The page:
Corps of Engineers Lakes Being Examined As Whooping Crane Stopover Habitat

By Pam Bates, Friends of the Wild Whoopers

Many have asked us how the Friends of the Wild Whoopers’, (FOTWW) “stopover habitat” program is doing. We can say that since we started our program that it has been met with overwhelming interest and many positive accolades. What we are happy to see is that the military, reservations and Corps of Engineers are very enthusiastic and eager to provide suitable and healthy habit for our wild whooping cranes as they migrate along the Central Flyway.

stopover habitat

Whooping Crane stopover habitat with one juvenile and two adult Whooping Cranes. Photo by John Noll

FOTWW is hard at work with the U.S. Army Corps of Engineers to protect and improve Corps’ lakes for Whooping Cranes “stopover habitat”. During their 2,500-mile migration from Canada to Texas the Whooping Cranes must stop and rest 15 to 20 times. Unfortunately this important habitat is being lost due to developments of various kinds. So FOTWW sought the Corps help. The Corps has over 100 large lakes in the migration corridor that wild Whooping Cranes use two times each year. So the Corps agreed to help and a Memorandum of Understanding has been developed between them and FOTWW.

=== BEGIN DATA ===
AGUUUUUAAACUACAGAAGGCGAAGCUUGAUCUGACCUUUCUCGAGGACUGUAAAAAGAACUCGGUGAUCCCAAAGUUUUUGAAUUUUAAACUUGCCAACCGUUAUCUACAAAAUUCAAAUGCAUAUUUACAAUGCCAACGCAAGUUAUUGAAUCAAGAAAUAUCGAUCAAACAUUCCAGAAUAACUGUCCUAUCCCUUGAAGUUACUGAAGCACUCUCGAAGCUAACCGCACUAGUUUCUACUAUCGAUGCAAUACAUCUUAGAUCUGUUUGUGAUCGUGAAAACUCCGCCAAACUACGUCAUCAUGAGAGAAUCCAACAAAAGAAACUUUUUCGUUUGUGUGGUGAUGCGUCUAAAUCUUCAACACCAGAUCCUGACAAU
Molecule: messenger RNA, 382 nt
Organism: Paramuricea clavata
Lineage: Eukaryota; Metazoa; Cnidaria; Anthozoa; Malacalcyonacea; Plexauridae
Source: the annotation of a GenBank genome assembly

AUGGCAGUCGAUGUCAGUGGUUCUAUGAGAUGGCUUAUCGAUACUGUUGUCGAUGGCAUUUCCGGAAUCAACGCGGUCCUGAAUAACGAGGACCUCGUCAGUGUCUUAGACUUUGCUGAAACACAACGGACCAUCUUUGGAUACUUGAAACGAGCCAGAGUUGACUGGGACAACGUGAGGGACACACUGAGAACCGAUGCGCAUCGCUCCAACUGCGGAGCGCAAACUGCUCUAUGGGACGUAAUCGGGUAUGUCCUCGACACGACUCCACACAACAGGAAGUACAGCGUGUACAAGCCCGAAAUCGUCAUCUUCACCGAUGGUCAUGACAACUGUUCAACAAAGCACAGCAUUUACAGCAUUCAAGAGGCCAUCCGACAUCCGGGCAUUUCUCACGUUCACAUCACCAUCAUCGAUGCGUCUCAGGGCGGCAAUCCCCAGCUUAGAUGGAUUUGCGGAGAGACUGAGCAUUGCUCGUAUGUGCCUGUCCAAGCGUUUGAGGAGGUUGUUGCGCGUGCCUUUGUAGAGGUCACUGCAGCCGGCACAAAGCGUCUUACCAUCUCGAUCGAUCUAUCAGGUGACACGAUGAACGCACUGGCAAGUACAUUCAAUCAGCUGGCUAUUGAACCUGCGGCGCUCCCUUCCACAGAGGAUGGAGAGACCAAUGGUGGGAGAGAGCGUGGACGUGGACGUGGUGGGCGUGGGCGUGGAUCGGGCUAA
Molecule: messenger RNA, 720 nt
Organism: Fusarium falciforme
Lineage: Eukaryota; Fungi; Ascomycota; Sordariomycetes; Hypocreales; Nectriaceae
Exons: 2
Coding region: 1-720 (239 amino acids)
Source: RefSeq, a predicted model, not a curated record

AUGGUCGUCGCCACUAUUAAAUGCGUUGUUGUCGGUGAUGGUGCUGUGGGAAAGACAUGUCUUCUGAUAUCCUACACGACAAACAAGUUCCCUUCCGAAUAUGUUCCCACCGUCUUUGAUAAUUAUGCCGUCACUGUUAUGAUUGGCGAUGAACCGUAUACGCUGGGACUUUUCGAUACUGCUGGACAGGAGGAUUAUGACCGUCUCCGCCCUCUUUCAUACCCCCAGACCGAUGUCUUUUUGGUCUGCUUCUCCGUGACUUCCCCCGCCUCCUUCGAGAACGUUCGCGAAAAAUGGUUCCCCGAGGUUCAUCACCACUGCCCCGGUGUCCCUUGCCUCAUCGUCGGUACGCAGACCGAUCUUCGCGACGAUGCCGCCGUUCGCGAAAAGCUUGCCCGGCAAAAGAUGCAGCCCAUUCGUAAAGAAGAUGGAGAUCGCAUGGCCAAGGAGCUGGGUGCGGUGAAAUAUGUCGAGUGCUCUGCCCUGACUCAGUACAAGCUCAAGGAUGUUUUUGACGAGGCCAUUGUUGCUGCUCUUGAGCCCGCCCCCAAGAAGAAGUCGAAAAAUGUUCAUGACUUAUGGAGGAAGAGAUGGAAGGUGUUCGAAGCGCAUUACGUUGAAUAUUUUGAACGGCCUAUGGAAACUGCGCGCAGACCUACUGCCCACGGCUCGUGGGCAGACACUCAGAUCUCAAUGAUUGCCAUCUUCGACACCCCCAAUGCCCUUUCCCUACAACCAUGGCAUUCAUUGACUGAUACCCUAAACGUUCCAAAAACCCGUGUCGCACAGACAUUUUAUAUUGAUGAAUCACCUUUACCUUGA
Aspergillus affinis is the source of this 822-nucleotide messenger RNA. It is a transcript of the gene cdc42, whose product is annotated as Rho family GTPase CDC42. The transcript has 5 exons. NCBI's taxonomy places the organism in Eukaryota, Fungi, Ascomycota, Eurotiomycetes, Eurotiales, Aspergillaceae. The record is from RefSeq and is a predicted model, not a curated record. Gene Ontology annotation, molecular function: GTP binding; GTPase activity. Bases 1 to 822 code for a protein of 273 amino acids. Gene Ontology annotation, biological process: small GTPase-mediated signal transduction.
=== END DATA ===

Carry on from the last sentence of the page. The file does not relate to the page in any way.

Whooping Cranes have completed their fall migration from Wood Buffalo nesting area to Aransas Wildlife Refuge on the Texas coast. They normally stopover an average of about 10 to 20 times during their journey. They need to rest and feed occasionally during the 2,500 mile trip. Some of these birds stopover on Corps’ lakes and FOTWW believed many more will use the lakes once more habitats have been improved.

Corps lakes as potential stopover habitat